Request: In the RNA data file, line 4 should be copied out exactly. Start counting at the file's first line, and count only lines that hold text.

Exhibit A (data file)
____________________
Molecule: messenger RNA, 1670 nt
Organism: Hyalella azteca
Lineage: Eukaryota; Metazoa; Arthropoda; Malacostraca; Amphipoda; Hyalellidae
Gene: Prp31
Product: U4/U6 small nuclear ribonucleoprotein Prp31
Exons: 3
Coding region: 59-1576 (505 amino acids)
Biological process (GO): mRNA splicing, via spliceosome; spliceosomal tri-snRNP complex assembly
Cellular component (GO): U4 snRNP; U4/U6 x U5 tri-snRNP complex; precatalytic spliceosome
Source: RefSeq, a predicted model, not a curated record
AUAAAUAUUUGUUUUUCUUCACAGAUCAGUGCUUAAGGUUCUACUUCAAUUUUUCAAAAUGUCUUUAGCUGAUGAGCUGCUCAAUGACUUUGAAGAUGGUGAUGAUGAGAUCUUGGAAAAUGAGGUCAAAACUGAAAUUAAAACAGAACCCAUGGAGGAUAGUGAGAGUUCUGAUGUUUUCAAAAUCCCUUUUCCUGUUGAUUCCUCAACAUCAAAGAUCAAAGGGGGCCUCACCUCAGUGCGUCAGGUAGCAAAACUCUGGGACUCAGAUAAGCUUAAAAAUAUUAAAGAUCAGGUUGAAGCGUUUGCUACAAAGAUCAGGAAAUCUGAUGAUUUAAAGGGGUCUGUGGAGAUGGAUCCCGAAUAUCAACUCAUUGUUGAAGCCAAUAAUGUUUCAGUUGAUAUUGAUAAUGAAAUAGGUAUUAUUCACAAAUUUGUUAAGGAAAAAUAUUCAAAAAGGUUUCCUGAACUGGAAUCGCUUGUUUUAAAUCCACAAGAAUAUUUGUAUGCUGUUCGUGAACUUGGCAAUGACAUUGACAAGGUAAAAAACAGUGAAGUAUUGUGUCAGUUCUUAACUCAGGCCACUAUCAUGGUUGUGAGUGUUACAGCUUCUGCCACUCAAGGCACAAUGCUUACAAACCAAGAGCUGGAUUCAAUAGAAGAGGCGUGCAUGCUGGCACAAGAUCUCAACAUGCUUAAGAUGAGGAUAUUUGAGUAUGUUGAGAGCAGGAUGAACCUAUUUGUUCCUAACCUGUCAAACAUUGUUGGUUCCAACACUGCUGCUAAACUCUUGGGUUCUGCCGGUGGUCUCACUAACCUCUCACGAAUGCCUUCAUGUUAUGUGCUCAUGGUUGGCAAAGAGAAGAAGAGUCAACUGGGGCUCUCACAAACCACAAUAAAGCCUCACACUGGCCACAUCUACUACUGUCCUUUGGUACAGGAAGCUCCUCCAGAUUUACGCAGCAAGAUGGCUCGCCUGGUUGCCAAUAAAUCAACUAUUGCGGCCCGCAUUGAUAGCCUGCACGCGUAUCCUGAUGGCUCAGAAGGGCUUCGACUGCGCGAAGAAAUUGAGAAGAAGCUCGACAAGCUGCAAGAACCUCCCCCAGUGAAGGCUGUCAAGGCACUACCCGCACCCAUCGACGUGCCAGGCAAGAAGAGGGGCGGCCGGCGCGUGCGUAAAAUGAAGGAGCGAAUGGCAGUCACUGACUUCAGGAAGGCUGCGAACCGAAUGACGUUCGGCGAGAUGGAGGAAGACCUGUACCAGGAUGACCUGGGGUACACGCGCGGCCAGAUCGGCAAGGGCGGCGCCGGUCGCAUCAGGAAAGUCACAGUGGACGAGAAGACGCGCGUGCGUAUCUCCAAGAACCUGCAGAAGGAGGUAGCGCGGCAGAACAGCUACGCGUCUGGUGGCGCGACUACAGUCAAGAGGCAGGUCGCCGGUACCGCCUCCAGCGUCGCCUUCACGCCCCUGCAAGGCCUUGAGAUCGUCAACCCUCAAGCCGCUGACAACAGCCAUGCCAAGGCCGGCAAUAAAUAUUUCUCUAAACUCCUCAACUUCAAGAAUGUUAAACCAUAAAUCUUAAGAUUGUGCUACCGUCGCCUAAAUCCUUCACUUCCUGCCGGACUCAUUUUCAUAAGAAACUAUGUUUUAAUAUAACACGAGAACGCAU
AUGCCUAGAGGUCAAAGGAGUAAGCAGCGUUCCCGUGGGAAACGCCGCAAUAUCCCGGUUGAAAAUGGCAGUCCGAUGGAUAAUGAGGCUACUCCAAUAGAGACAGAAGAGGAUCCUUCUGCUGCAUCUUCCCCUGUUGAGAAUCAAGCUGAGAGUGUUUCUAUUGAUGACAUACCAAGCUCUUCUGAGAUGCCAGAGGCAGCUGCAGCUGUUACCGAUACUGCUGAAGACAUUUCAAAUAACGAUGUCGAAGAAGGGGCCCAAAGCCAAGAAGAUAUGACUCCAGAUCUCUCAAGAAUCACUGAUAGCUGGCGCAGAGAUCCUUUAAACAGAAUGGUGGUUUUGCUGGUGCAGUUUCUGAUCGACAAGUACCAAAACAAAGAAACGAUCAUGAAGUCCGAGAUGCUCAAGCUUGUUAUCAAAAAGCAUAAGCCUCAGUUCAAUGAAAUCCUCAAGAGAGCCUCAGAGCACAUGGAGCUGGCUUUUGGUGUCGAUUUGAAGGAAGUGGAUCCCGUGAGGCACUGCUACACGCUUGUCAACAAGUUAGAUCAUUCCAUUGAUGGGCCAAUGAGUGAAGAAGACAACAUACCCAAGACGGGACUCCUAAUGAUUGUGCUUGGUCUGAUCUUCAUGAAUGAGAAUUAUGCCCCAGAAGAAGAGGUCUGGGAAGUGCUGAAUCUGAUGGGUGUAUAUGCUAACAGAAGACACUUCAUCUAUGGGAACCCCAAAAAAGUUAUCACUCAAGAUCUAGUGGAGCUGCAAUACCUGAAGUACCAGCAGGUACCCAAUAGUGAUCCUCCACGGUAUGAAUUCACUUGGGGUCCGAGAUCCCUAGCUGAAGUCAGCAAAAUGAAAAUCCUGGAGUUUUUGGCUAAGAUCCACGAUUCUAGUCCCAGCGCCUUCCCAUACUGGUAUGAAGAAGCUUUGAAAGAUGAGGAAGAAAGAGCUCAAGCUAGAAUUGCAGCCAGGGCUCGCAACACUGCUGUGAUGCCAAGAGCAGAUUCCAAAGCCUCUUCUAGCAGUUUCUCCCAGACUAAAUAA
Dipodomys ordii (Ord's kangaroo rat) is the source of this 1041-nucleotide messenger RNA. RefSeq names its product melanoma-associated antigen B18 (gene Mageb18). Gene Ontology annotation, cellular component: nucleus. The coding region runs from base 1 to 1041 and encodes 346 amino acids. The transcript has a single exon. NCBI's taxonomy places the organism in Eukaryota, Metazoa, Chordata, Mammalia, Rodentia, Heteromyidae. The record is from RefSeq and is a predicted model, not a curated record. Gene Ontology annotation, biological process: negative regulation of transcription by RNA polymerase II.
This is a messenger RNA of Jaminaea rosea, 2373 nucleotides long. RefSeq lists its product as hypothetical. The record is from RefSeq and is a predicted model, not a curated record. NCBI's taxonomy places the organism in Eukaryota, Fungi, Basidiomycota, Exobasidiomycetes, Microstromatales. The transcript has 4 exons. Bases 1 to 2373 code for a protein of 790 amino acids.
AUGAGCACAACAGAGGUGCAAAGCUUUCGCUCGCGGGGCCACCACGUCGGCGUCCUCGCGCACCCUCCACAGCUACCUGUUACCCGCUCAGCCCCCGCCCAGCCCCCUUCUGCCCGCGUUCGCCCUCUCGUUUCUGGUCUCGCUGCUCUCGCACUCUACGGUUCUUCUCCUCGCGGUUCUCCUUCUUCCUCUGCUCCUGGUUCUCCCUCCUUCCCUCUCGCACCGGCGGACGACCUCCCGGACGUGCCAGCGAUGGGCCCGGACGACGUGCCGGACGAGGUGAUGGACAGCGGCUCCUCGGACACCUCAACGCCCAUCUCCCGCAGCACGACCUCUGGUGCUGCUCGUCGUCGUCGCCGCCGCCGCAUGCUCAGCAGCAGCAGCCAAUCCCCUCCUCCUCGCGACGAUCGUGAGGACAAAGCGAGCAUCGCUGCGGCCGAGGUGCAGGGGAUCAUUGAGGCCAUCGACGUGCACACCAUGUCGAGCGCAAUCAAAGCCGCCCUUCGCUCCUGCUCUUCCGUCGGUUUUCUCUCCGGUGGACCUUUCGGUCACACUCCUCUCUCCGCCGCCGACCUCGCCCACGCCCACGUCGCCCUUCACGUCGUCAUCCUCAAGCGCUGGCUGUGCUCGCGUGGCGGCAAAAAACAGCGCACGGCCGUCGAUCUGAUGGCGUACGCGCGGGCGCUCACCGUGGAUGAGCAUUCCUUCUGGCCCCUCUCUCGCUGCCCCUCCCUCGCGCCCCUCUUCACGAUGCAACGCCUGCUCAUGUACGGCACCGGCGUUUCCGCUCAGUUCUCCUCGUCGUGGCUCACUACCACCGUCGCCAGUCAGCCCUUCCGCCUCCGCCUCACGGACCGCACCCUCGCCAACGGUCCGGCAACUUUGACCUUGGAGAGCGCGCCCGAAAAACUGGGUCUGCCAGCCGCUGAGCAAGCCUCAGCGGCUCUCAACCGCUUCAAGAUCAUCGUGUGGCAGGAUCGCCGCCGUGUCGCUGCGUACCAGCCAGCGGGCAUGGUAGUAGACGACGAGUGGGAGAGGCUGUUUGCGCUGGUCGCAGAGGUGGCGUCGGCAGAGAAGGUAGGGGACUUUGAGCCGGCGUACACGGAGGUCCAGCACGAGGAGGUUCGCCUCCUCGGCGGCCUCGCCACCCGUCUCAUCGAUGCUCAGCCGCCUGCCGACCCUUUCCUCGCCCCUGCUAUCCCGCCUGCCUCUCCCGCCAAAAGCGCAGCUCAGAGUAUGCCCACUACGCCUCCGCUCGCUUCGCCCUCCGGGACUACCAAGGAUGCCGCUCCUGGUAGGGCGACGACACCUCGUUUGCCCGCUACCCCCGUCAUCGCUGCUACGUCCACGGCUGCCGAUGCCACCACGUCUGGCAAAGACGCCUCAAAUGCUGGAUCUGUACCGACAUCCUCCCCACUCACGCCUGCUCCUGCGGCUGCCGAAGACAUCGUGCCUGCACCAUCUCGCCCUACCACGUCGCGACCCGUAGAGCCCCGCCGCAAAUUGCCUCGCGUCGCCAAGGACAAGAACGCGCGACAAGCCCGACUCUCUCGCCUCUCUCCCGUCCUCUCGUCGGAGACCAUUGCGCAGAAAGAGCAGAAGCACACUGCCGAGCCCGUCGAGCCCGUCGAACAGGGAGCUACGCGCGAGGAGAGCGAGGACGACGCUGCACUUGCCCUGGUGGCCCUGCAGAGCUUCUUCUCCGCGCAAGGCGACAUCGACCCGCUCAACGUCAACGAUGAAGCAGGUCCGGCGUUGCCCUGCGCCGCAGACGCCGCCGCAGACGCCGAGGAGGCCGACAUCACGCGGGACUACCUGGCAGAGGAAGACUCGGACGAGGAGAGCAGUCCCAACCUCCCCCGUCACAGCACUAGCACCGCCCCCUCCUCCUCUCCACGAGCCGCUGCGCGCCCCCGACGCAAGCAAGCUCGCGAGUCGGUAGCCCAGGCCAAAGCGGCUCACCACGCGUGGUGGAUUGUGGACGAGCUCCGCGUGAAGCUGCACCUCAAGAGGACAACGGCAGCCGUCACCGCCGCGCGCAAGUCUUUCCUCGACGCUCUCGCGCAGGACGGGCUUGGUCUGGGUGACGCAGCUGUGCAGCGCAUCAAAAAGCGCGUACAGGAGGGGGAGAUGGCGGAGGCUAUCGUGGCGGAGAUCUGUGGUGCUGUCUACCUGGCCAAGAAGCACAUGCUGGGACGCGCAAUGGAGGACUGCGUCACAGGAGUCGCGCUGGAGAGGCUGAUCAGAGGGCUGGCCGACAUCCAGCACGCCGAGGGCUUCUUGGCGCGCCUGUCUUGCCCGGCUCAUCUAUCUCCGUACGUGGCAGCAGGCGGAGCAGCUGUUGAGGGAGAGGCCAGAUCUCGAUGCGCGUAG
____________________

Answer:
Gene: Prp31